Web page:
Way back in 2005, when the members of the funky bass-heavy-house music crew the Dirtybirds began throwing free shows in Golden Gate Park, few would have expected that the founder and "label boss," Claude VonStroke (born Barclay Crenshaw)—now pushing 40 and a father—would be playing a summer residency in Ibiza, overseeing the release of the label's 100th album, and, on top of it all, still be a stand-up guy. His moniker itself speaks to his playful attitude, as it stemmed from a joke that stuck after he released a series of quirky tracks under the name. And it’s just that attitude—fun—that’s brought the grinning producer success.
We talked to VonStroke on the eve of his show at the Regency Ballroom tonight at 9pm about his new solo album, Urban Animal, music as a loss leader, and following flaky Canadian girls to the West Coast. (Check out his SoundCloud too.)
San Francisco: Urban Animal is Dirtybird's 100th release, how do you feel about that as a milestone?
Barclay Crenshaw: Its a great feeling to have made it this far—almost ten years into this little fledgling idea I had. We've actually released more than 100 records but this is the official catalog 100. Either way it’s fantastic. In indy record label code this can be translated as, "I feel like we might not go bankrupt this year." Ha-ha.
This is more or less a solo album, right?
I think my new album stands on its own as a Claude VonStroke project. I really wanted to venture outside of house on this album. Perhaps I will go even further in the future. As a team we rock a sick house party that’s for sure, but each artist on Dirtybird has their own path.
So what does the new album sound like, then?
There is some drum n bass. I wanted to hearken back to the old full cycle sound. There is some funk highly influenced by Prince. There is even a quasi trap/hip-hop thing on there. Of course, there is some house, but even all the house tracks are totally different from each other. One is old school house-y, one is tech-y and weird, one is more ghetto, and one is really emotional. I really enjoyed myself trying out varying sounds and keeping it fresh.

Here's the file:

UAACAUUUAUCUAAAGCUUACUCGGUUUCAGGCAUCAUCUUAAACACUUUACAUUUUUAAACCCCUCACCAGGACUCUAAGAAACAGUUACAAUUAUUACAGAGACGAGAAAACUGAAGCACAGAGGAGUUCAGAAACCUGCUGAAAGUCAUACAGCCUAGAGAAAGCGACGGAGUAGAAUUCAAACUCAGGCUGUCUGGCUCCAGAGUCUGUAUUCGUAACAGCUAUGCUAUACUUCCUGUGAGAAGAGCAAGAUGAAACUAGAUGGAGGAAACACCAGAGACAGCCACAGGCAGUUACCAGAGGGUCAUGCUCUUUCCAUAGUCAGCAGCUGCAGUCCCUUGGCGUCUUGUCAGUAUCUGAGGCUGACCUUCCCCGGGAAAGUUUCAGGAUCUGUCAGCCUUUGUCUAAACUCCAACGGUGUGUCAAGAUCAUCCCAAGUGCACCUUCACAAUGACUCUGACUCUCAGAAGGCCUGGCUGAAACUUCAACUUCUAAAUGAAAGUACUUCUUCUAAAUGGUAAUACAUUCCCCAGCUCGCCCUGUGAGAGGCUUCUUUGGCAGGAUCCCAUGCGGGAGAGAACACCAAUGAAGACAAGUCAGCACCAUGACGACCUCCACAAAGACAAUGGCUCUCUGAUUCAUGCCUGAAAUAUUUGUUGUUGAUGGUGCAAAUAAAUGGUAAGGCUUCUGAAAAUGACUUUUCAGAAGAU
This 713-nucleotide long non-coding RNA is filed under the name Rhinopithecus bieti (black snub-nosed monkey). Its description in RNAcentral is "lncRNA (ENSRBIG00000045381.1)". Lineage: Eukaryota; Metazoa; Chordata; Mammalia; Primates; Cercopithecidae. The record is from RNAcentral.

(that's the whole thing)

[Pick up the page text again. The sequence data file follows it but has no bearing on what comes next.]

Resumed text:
You've gone from throwing free parities in Golden Gate to an international success. It doesn't seem like it's gone to your head, though.
That’s a nice thing to say. In SF, we have made sure to never charge too much and always to be all about the fans. I have to give the Martin brothers credit for that concept. Outside of SF, we are trying to build up that same dynamic crowd in every city. It seems to be working really well, but I know how fleeting this all can be. I’ve seen huge acts practically vanish in one or two years. I want our crowd to be as grassroots grown as possible. I want them to be real fans not just people going out to anything.
What are the projects with the Dirtybirds looking like?
We are really building the events side of things now because the record industry has turned itself into a loss leader business. We don’t want to sit on the sidelines, do all the grunt work, make everyone famous—and then watch them all rake it in on gigs while we make chump change selling tunes. So, expect to see more stages, more label events, and overall more stuff that we have a hand in producing.
You grew up in Detroit—how'd that affect your music?
Well, it was more the New York hip-hop that I bought at Detroit gas stations that really formed me. Even so, not every kid heard techno when they were growing up—but I did. Techno was on the radio in Detroit in the 80's, unlike almost any other city in America. In a general sense, the booty or ghetto tech stuff is really the main influence I got from Detroit because it is so dirty and so funky. I still love this music.
Why did you come to San Francisco? And how did that influence your musical production?
I came to SF for a Canadian girl who didn’t even end up moving there in the end!
How did San Francisco work into your sound?
The city had a strong underground drum n bass scene, where I met the OG Dirtybird guys. I don’t just mean Justin Martin. There were a lot of people who didn’t even make music that were huge influences—friends, bartenders, promoters, everyone in the neighborhoods, from my first apartment in Oakland to where I started Dirtybird on Belcher St. in Duboce Triangle.
How is it to be flying to Ibiza? And to have a residency there?
It was a really amazing summer. I’m not going to lie and say the travel part was fun, but the residency was awesome and I managed to bring 26 Dirtybird artists to Spain. I think maybe half of them had never been to Europe. We didn’t have any guests, only people who made music for us. That is a lot harder way to go but it was also more rewarding. It was also cool putting on the only American night there.
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